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story.lead_photo.caption Arkansas State Athletic Director Terry Mohajir said 30 ASU athletic personnel — including himself and all 11 of the school’s head coaches — have elected to take a pay cut for a two-month period. (Democrat-Gazette file photo)

Arkansas State University Athletic Director Terry Mohajir detailed on Wednesday multiple cost-cutting measures the Red Wolves' athletic department is undergoing.

The effort to tighten its budget, including reductions of coaches' salaries and in budgets for team travel and recruiting, is in response to a drop in revenue due to the coronavirus pandemic.

"We're looking at everything," Mohajir said in an interview with the Arkansas Democrat-Gazette. "Any initiative that we have is on the table for cost-cutting measures."

Mohajir said of the 46 athletics personnel who have a personal service agreement with the Red Wolves Foundation -- meaning part of their salary is supplemented directly with foundation money -- 30 voluntarily have elected to take a pay cut for a two-month period.

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Those taking reductions include Mohajir and all 11 of ASU's head coaches, including football Coach Blake Anderson, men's basketball Coach Mike Balado and women's basketball Coach Matt Daniel. A number of assistant coaches across various sports are included, such as offensive coordinator Keith Heckendorf and defensive coordinator David Duggan from football.

"We're obviously all on the same team, and I'm on board to help," Balado said in a statement via a school spokesman.

The percentages of pay reductions from the foundation vary, but Mohajir, for example, said he's taking a cut of more than 50%.

Mohajir said more than $650,000 of Anderson's $825,000 annual salary is supplemented by the Red Wolves Foundation. Anderson -- who's easily the athletic department's highest-paid employee -- is taking a roughly 20% reduction from the foundation for the next two months, Mohajir said.

"It's significant," Mohajir said. "It helps us tremendously."

As far as those pay cuts extending beyond the next two months, Mohajir said that's an uncertainty.

"We're doing that right now to help the bottom line once we work through the renewal period," he said.

Mohajir and the athletic department also are planning on reducing the travel budget for teams' road trips next season, with limited flights and more bus trips. Specifically for basketball, Mohajir said he is focusing on scheduling more regional nonconference games with shorter trips.

ASU's men's and women's basketball schedules won't be finalized for a while, but Mohajir said the Red Wolves already have eliminated many flights.

Mohajir said the men's basketball team has only one flight planned for nonconference play next season, while the women's team will bus everywhere during the nonconference slate. The number of flights for conference games is undecided.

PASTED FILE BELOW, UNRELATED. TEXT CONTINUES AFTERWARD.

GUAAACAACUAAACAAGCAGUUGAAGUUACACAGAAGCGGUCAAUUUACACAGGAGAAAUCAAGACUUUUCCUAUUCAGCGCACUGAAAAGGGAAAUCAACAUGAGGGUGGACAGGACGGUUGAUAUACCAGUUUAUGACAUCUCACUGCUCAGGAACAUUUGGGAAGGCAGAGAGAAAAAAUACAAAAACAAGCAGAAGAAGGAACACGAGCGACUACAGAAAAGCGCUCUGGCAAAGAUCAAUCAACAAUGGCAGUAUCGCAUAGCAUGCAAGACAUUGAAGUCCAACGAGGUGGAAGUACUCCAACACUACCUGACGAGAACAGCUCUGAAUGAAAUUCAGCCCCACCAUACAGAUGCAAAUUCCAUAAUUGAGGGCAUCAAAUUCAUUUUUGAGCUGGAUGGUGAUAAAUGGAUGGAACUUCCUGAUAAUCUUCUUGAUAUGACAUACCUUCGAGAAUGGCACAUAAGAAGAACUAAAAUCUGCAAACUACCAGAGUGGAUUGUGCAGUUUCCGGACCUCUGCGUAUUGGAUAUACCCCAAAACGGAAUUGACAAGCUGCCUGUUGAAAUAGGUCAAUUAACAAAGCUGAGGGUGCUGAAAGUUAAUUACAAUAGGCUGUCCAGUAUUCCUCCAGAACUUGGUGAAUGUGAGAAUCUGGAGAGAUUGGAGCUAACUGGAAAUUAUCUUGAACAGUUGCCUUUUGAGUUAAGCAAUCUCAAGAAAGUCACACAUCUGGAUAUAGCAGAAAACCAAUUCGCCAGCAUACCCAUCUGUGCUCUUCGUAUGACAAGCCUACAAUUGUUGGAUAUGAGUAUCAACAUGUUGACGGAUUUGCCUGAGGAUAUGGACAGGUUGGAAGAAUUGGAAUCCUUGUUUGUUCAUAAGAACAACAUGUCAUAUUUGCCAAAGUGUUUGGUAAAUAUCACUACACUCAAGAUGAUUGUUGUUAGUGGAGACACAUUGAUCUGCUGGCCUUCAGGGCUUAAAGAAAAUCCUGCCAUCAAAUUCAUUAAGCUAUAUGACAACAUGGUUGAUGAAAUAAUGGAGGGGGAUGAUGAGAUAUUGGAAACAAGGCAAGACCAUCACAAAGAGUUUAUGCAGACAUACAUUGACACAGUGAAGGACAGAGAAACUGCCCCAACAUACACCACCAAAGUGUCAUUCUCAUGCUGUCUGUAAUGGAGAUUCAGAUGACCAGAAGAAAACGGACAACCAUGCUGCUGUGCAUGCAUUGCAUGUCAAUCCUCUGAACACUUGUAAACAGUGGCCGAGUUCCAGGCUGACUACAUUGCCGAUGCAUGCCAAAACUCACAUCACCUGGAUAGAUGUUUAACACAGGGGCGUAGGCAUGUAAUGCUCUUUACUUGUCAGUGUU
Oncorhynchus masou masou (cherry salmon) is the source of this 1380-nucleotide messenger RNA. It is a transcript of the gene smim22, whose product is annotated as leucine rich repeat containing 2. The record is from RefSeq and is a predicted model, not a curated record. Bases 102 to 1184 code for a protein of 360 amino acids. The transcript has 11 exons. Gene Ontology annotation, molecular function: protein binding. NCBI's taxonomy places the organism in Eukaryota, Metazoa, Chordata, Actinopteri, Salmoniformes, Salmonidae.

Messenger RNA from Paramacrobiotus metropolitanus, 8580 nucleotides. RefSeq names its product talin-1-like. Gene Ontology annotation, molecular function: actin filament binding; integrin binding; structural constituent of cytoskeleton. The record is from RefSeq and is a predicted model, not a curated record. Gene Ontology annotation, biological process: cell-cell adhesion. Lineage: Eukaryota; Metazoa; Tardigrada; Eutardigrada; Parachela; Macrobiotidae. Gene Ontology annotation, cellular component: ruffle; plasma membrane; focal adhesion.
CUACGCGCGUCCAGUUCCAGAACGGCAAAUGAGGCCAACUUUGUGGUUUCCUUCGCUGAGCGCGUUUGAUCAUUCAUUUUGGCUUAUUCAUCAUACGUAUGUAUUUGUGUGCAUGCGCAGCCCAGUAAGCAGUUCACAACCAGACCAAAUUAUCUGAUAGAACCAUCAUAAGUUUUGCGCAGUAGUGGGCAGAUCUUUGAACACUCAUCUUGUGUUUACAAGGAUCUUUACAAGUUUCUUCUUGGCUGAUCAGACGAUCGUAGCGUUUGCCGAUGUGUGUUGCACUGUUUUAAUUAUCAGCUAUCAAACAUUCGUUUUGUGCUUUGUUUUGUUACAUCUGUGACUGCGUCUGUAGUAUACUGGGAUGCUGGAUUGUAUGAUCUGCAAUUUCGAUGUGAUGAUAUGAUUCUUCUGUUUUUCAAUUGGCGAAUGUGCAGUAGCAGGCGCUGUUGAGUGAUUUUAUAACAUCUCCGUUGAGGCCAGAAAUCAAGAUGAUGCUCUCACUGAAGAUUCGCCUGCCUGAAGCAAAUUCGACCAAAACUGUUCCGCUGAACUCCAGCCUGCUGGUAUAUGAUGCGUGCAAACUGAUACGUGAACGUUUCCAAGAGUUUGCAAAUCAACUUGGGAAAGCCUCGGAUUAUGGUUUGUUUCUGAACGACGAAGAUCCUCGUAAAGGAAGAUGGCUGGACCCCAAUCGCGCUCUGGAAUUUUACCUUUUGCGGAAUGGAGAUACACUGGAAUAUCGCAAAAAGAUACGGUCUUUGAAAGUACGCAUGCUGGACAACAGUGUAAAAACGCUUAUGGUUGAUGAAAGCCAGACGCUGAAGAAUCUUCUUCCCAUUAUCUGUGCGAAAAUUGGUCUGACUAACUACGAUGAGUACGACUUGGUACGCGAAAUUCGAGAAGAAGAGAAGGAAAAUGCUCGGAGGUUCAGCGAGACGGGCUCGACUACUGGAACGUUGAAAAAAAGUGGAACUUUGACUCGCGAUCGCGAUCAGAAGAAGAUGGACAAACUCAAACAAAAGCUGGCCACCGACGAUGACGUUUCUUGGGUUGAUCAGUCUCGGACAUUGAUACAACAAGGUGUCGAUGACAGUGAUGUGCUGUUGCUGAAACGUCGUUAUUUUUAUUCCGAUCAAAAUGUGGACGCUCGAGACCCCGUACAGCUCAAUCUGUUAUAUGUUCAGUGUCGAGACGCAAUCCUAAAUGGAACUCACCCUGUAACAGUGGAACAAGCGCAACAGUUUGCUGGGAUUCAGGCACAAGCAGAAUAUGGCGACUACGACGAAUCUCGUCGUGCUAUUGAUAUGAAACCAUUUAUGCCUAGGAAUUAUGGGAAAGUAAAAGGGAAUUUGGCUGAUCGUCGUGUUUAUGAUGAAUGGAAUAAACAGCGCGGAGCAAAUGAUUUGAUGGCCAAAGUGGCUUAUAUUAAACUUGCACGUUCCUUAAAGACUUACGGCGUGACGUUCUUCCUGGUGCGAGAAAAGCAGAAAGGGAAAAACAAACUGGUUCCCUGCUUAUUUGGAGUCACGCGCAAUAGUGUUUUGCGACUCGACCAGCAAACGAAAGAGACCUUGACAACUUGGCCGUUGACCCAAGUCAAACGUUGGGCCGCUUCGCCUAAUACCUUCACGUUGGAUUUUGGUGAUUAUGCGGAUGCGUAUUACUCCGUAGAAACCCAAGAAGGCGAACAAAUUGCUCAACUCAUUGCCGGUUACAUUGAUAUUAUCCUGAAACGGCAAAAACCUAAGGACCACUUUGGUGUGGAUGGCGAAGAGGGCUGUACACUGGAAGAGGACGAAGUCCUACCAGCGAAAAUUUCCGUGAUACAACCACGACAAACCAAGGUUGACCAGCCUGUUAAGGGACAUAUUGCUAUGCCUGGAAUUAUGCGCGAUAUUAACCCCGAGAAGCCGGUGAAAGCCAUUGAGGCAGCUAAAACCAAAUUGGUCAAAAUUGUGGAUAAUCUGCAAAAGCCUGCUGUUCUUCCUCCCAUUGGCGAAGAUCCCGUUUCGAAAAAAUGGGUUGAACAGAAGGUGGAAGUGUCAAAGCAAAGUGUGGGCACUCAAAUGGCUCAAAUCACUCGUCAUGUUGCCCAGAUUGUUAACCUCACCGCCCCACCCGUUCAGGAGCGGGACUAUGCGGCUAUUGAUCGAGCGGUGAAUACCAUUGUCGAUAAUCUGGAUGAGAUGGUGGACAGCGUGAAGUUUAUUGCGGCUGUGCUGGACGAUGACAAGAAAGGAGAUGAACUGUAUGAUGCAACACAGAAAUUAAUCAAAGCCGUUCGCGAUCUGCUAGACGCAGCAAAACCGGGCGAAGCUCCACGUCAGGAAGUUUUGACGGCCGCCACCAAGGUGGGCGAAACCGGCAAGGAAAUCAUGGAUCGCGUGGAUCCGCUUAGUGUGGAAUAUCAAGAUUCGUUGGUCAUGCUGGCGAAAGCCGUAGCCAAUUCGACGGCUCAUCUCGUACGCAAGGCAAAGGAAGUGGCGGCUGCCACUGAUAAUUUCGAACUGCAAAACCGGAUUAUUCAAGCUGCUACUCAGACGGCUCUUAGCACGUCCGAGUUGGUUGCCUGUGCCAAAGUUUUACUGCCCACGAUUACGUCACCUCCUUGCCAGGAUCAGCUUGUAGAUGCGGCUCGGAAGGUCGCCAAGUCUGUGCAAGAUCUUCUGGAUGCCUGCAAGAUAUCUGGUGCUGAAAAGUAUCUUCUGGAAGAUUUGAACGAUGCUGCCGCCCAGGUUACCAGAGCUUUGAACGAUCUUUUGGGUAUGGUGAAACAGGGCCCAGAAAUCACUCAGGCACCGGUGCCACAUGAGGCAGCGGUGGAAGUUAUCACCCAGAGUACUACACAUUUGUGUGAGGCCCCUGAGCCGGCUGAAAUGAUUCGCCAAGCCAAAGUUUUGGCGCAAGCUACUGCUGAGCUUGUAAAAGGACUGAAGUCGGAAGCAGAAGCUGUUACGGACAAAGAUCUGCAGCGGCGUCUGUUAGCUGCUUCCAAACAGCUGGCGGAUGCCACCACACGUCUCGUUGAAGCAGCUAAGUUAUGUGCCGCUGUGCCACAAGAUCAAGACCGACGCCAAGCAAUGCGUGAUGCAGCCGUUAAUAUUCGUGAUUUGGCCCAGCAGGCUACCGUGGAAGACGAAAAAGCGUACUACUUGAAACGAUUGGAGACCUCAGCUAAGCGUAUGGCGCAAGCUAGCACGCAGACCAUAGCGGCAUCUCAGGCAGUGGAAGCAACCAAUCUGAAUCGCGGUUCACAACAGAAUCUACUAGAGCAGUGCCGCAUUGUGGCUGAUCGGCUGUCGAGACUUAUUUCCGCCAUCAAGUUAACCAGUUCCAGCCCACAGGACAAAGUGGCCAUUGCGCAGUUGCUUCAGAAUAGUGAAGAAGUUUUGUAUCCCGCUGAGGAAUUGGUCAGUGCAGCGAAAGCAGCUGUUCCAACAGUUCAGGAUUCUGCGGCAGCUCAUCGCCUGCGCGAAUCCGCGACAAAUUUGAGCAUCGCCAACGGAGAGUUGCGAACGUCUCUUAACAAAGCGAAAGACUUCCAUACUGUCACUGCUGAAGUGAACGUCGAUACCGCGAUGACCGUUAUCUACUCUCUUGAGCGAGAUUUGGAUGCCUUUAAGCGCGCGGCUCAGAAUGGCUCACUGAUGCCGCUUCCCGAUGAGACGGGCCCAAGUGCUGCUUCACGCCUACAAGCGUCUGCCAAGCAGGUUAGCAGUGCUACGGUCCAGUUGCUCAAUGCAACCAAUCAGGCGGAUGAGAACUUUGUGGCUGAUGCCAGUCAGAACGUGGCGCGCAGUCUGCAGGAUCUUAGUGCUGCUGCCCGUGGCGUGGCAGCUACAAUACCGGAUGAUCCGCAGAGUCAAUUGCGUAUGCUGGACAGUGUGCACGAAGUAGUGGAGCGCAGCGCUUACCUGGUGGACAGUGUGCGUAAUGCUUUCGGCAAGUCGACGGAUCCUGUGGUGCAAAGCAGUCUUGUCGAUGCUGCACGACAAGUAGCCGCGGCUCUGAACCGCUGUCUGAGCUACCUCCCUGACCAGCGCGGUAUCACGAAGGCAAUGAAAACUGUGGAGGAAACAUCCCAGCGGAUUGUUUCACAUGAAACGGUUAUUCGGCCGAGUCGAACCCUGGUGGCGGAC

Mohajir said the men's team will have a "buy game" at Texas Tech next season -- although that has not been officially announced yet -- in which the Red Wolves will travel via airplane.

"We're getting paid $99,500 to play in that game," Mohajir said. "We'll fly every day of the week if we can make money."

The women's team will have a "buy game" at Iowa -- which also hasn't been announced -- for which Mohajir said the team will take a bus for the eight-hour-plus trip. Normally, the team would have flown to that game.

"Eliminating a lot of plane flights have helped reduce costs," Mohajir said. "Obviously because of the NCAA rule, we're not probably taking summer school classes like we usually do. That'll save us significant dollars.

"Because of some of the recruiting dead periods, and some of the cancellations of tournaments later in the summer, we'll take a little bit of reduction in recruiting areas. Obviously football didn't go out in May at all, so that was a significant reduction there. Just those type of things.

"Looking at food, looking at hotels, how we're buying food, what kind of food are we buying when we go on the road -- just being very fiscally conscious on everything that we spend, everything that we make triage decisions on based on priority ... for every sport."

The football team still is expected to fly to nearly all of its road games next season -- a schedule that includes trips to Ann Arbor, Mich., Conway, S.C., Boone, N.C., Lafayette, La., and San Marcos, Texas -- although Mohajir said the athletic department did look into the possibility of traveling via bus to Louisiana-Lafayette.

"I don't think it's gonna work out because it's a Thursday night, and I want the kids back in class on Friday," he said.

The Red Wolves' season opener is scheduled for Sept. 5 at Memphis, just a short trip down the road from Jonesboro. College football teams almost always travel to road games the day before kickoff.

But now?

"We'll probably go the day of the game," Mohajir said in regard to Memphis.

The Armageddon scenario of cutting sports programs is something a few athletic departments around the country have already implemented. A month ago, the University of Cincinnati -- a member of the American Athletic Conference -- announced it was slashing its men's soccer program.

Mohajir said there are no current plans to cut any of ASU's sports programs.

"I would tell you that everything is on the table, but as of right now, we're just finishing up this fiscal year's budget, and we just finished up [Wednesday] our [fiscal year] '21 budget," Mohajir said. "I just submitted it to our budget office [Wednesday]."

Mohajir also said Wednesday that ASU plans to have its football players back on campus June 1.

Sports on 05/14/2020

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